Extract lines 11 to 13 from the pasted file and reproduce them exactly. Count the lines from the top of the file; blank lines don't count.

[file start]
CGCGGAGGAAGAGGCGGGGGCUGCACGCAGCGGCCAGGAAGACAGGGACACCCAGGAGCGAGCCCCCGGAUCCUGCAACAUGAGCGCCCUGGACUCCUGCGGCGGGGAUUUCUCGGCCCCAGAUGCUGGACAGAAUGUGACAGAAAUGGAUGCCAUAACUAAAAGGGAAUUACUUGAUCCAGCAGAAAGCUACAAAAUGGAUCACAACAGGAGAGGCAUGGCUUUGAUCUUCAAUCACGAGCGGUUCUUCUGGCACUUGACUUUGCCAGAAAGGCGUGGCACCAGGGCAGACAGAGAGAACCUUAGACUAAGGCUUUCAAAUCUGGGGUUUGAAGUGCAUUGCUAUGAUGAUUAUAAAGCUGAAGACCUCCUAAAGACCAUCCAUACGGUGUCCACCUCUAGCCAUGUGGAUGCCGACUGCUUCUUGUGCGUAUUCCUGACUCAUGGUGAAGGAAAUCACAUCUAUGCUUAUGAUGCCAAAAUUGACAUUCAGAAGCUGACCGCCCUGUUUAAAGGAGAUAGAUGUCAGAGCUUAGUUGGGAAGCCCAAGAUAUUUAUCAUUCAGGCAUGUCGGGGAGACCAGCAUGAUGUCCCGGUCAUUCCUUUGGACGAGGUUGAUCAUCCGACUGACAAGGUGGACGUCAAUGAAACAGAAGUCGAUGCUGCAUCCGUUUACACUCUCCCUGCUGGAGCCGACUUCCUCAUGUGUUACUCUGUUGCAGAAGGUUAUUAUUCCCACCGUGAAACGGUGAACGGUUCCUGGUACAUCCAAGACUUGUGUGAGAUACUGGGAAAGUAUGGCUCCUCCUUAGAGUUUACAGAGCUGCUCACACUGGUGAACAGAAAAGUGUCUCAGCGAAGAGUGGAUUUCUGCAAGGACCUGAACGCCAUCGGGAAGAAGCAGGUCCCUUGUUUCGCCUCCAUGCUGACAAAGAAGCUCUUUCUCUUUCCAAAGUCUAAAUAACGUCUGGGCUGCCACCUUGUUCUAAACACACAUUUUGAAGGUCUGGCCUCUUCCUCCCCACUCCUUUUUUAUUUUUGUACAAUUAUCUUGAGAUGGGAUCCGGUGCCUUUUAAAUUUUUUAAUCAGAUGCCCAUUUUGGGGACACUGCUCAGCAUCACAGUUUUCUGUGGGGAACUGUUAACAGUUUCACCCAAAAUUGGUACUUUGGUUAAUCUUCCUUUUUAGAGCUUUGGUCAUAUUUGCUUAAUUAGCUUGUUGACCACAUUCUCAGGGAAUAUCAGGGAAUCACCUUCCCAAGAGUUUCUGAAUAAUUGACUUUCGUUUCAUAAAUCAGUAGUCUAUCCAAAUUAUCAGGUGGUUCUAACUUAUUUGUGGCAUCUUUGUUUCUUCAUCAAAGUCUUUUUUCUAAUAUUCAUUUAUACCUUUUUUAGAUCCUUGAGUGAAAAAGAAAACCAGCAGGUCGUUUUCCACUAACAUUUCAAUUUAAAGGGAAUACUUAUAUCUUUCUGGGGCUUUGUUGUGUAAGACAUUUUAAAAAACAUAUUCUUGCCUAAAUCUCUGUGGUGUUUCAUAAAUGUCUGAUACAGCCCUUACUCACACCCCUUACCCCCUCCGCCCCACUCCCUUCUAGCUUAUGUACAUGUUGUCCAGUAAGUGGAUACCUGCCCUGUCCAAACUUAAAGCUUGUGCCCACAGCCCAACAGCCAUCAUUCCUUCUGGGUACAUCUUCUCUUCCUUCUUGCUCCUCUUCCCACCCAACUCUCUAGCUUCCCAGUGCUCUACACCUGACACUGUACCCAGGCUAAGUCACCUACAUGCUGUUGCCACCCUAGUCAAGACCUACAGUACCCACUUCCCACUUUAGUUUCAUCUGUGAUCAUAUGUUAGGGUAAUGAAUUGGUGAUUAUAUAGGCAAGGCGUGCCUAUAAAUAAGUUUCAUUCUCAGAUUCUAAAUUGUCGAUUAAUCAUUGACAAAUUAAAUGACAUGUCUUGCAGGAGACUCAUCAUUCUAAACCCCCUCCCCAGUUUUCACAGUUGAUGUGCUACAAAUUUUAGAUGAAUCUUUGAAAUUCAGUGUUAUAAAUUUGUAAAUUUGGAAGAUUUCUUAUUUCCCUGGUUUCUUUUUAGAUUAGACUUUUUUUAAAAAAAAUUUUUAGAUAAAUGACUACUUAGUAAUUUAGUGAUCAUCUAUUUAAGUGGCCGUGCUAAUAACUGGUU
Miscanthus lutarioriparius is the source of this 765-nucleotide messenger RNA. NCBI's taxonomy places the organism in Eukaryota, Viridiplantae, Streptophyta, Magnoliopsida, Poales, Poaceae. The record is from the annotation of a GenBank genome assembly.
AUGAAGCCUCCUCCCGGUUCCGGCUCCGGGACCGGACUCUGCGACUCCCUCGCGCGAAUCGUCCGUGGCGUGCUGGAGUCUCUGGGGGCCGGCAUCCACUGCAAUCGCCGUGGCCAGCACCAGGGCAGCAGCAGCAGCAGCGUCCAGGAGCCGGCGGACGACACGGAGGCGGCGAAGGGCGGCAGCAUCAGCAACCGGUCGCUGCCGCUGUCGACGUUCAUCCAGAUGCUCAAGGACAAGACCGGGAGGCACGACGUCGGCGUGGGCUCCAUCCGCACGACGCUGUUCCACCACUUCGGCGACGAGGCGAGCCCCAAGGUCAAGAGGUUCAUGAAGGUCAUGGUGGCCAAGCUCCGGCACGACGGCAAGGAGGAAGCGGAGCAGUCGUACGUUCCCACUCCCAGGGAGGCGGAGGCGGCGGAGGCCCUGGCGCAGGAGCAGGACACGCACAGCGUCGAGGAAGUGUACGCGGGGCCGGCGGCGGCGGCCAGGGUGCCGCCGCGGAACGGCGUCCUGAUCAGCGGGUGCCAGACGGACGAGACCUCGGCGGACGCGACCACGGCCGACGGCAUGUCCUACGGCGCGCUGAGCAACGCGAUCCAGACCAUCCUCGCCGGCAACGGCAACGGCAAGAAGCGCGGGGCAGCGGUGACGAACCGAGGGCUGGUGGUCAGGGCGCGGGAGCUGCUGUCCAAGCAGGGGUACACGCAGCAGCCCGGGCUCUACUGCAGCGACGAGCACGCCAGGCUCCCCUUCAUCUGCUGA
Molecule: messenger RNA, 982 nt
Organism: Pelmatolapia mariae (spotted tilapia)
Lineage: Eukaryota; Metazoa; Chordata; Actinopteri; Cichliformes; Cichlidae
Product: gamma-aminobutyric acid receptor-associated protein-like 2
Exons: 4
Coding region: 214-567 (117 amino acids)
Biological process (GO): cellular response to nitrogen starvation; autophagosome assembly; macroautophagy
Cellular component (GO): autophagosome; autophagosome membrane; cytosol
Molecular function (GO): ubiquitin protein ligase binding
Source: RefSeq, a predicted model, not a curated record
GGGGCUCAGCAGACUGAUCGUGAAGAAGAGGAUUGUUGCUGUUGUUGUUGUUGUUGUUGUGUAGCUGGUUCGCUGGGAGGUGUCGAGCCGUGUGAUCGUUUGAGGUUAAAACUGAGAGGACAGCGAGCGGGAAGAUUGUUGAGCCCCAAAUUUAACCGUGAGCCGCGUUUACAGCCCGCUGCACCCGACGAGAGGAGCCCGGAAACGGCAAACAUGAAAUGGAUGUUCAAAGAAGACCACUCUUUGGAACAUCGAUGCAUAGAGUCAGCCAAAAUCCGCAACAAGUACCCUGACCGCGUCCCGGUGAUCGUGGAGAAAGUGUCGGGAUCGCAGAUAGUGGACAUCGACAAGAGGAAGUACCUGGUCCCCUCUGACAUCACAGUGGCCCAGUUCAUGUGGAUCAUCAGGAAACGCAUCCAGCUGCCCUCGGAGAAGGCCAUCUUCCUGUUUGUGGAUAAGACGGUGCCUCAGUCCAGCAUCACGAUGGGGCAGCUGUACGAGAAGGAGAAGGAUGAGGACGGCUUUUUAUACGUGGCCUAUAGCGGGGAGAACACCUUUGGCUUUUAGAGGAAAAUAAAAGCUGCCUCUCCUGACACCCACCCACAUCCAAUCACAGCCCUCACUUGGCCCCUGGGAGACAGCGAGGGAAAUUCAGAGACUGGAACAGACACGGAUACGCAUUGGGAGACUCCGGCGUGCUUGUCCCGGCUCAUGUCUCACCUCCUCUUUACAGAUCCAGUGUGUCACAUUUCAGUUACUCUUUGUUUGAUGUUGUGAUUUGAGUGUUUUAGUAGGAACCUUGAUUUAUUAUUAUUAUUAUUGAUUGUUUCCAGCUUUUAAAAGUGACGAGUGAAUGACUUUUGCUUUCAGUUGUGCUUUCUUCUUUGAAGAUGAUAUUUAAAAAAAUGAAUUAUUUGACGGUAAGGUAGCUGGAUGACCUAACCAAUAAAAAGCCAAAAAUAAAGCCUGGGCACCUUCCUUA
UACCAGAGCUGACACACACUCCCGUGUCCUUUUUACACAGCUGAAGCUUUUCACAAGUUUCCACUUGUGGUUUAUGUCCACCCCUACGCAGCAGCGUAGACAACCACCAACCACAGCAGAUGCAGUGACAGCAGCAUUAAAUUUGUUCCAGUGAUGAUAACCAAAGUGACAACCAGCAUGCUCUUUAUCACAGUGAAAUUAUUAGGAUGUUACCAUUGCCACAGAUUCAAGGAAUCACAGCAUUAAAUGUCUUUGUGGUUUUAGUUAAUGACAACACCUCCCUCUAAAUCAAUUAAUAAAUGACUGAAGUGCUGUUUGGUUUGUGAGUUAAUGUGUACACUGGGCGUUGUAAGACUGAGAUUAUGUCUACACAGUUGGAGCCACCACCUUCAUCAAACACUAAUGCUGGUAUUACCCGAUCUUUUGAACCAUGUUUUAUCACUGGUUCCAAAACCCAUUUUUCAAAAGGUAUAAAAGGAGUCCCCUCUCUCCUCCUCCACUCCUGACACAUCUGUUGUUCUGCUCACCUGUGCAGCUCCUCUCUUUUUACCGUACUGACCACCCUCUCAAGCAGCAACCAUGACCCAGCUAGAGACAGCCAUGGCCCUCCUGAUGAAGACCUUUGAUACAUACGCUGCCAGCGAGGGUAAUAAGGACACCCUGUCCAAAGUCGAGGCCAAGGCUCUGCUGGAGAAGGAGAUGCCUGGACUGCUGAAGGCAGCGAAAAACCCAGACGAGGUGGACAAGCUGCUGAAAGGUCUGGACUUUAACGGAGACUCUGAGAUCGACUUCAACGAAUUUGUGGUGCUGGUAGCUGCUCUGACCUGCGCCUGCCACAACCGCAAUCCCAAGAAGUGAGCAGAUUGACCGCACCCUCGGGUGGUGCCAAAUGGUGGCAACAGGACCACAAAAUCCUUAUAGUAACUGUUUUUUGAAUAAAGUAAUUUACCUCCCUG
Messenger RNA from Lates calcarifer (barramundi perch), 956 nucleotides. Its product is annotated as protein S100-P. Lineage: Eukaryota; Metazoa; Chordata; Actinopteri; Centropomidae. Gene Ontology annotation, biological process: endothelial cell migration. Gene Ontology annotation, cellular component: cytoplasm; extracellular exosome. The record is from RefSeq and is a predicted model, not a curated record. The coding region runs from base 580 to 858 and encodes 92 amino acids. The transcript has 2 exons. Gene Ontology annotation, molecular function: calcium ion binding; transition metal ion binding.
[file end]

Cellular component (GO): autophagosome; autophagosome membrane; cytosol
Molecular function (GO): ubiquitin protein ligase binding
Source: RefSeq, a predicted model, not a curated record